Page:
Sales, recruiting, and report cards

"We're adding a little something to this month's sales contest.  As you all know, first prize is a Cadillac Eldorado.  Anybody want to see second prize?  Second prize is a set of steak knives.  Third prize is you're fired."
Blake (Alec Baldwin) throws out these lines in Glengarry Glen Ross when he is brought in to shake up an under performing real estate sales office.  This approach, yell and scream and throw out incentives for achieving revenue targets, will be all too familiar to those of us who have worked in sales organizations.  This is how it is done, right?  Sales people need to be motivated and establishing goals is what drives us all to achieve great things.  It sounds an awful lot like the conversations around our house when it comes to school and grades.

We're adding a little something to this month's homework incentive.  As you know, if you get all A's you can buy a new game for your Playstation.  If you get a B average then you can keep the games you already have but no new ones.  If you get an F then we are taking you out of that school and sending you to boarding school!

I am sure all the parents out there can attest to how well the carrot and the stick works when it comes to grades.  Not at all it seems.  To the management academics this will come as no surprise.  Demanding performance by focusing on the end result of a multi-step process is not productive.  As a recruiter, my end target is a revenue goal.  However, it is impossible for me to go out and strive for "revenue".  I have no direct control over the revenue.  What I can do though is set myself a goal to call 20 new potential candidates today.  Based on past experience, I know that calling 20 candidates a day will give me 1 person I can introduce to a client.  In a month that will come to 20 introductions which will lead to 15 interviews and at least one person getting hired.  Finally, we can then calculate the revenue totals.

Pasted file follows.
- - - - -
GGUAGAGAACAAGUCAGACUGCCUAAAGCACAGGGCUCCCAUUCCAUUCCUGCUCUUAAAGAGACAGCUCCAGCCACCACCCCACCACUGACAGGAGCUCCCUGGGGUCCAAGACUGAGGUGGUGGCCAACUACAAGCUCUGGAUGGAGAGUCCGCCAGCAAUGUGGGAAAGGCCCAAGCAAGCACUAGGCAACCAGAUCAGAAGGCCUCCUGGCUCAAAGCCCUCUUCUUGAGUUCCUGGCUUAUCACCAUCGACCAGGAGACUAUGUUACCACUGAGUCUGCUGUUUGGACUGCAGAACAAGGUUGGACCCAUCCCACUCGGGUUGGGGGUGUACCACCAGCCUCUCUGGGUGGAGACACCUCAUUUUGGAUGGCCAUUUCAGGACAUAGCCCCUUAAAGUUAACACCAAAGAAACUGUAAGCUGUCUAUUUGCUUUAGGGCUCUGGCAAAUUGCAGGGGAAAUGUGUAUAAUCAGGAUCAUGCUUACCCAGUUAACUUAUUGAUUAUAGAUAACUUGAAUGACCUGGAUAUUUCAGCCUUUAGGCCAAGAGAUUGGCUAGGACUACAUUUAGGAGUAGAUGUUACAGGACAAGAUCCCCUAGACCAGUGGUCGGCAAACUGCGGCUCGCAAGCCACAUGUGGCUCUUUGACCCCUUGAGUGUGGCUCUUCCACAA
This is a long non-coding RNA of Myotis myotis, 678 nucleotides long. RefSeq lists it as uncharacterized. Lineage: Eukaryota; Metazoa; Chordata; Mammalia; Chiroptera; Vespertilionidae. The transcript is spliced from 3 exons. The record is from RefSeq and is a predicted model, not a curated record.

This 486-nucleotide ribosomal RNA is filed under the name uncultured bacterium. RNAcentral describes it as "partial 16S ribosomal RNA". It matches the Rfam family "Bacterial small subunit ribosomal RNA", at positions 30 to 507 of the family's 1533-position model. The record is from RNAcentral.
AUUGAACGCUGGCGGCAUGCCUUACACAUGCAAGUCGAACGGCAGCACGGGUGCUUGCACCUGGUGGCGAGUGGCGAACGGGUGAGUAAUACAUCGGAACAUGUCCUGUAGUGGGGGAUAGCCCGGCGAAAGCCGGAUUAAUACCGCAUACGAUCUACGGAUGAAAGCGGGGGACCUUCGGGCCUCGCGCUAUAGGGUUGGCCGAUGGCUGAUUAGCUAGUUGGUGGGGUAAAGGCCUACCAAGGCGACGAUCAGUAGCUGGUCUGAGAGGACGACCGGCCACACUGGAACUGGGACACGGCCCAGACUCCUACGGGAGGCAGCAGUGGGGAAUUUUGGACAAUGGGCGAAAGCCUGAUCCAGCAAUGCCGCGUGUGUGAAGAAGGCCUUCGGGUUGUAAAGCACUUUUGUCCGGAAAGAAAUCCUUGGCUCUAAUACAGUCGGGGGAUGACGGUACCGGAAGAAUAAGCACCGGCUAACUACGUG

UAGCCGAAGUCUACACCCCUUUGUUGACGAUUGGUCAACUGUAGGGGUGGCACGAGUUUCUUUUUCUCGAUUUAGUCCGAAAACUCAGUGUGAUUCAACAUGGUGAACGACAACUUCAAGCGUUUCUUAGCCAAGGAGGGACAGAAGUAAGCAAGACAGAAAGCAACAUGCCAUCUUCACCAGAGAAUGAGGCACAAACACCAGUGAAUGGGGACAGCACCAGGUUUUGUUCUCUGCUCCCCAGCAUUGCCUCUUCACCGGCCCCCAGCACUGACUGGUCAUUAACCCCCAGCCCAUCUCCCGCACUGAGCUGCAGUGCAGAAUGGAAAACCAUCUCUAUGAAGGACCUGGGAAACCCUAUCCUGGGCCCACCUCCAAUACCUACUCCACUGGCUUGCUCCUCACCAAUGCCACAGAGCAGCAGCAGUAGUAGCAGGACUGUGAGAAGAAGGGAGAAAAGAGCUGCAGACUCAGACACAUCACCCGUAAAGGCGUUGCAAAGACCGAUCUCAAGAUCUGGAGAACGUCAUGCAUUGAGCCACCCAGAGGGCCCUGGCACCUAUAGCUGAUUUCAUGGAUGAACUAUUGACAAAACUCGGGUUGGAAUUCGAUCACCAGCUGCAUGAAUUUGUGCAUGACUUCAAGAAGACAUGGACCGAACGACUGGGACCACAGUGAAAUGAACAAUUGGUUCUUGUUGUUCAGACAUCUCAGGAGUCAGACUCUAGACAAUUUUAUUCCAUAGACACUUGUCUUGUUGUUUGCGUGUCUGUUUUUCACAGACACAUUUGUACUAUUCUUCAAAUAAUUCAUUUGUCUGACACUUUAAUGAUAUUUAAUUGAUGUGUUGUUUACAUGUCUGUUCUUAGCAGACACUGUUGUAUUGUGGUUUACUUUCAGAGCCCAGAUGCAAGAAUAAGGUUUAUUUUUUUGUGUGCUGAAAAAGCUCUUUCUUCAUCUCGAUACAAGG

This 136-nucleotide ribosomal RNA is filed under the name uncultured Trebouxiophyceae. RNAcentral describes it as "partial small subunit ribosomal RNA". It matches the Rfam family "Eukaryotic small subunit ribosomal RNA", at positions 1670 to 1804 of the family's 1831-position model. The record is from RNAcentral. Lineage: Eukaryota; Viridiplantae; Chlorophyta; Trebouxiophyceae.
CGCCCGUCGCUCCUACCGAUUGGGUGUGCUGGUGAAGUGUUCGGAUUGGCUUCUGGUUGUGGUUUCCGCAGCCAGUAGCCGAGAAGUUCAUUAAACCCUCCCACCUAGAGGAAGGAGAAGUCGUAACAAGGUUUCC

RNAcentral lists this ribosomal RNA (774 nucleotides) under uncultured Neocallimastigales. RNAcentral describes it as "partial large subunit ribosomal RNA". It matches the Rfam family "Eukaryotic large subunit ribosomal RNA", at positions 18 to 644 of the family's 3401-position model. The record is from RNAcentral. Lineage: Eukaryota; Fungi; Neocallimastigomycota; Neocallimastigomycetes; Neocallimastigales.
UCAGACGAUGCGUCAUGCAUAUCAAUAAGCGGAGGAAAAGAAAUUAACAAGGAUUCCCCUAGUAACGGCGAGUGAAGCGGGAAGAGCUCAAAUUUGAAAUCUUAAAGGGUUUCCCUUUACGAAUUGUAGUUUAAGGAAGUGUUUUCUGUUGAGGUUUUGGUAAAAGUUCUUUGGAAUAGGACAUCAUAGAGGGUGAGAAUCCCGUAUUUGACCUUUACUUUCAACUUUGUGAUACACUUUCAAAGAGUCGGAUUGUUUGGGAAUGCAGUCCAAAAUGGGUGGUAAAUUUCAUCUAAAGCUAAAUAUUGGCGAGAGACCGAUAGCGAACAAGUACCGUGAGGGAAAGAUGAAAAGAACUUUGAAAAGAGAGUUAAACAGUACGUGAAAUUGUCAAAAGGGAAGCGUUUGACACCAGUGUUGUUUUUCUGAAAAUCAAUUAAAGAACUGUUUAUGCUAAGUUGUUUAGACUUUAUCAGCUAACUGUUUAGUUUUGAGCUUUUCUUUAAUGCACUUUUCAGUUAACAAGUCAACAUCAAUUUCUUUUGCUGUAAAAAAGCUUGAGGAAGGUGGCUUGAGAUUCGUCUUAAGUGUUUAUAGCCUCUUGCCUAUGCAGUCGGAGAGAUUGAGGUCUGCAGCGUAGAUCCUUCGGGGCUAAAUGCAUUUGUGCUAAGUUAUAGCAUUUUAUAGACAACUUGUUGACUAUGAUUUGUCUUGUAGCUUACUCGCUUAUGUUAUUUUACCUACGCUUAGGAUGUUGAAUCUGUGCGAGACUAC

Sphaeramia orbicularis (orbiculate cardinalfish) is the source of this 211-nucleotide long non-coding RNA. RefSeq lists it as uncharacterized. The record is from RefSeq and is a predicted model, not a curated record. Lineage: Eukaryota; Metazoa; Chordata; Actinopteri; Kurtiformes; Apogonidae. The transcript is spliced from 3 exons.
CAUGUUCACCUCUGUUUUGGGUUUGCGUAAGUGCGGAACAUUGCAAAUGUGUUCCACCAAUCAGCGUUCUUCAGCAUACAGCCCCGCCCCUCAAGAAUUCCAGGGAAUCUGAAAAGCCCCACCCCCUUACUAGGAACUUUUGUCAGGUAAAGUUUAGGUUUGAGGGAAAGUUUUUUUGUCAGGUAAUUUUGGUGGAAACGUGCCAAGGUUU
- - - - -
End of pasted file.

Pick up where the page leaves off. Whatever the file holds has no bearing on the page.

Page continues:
My son has a vocabulary quiz every Wednesday.  He knows the words that will be on the quiz and my wife and I believe that there is no reason he should not get 100% every week on that quiz.  It is not that many words and the only excuse is that he did not study enough.  Demanding that he get a perfect score, like demanding that a salesperson achieve a certain revenue target, is the wrong approach.  Instead, breaking down that perfect score into the components that lead up to it makes for a better goal.  For this case, making flash cards and reviewing them nightly is simple, achievable and he has complete control over it.  When he achieves these daily goals he inevitably scores well on the quiz.

Control is the key to this approach. "You have to get all A's!" is too vague and distant.  Focusing on the day to day steps will lead to less stress and better results.  Don't do this all for your kids without explaining how it works though.  Talk through the process of getting an A (or whatever the ultimate goal) and teach them how to work backwards.  Being able to take a BHAG (big hairy audacious goal) and break it down into manageable, smaller milestones is a critical skill in the workplace.  Ultimately, this is what project management is and there are very few professions where it is not required to succeed.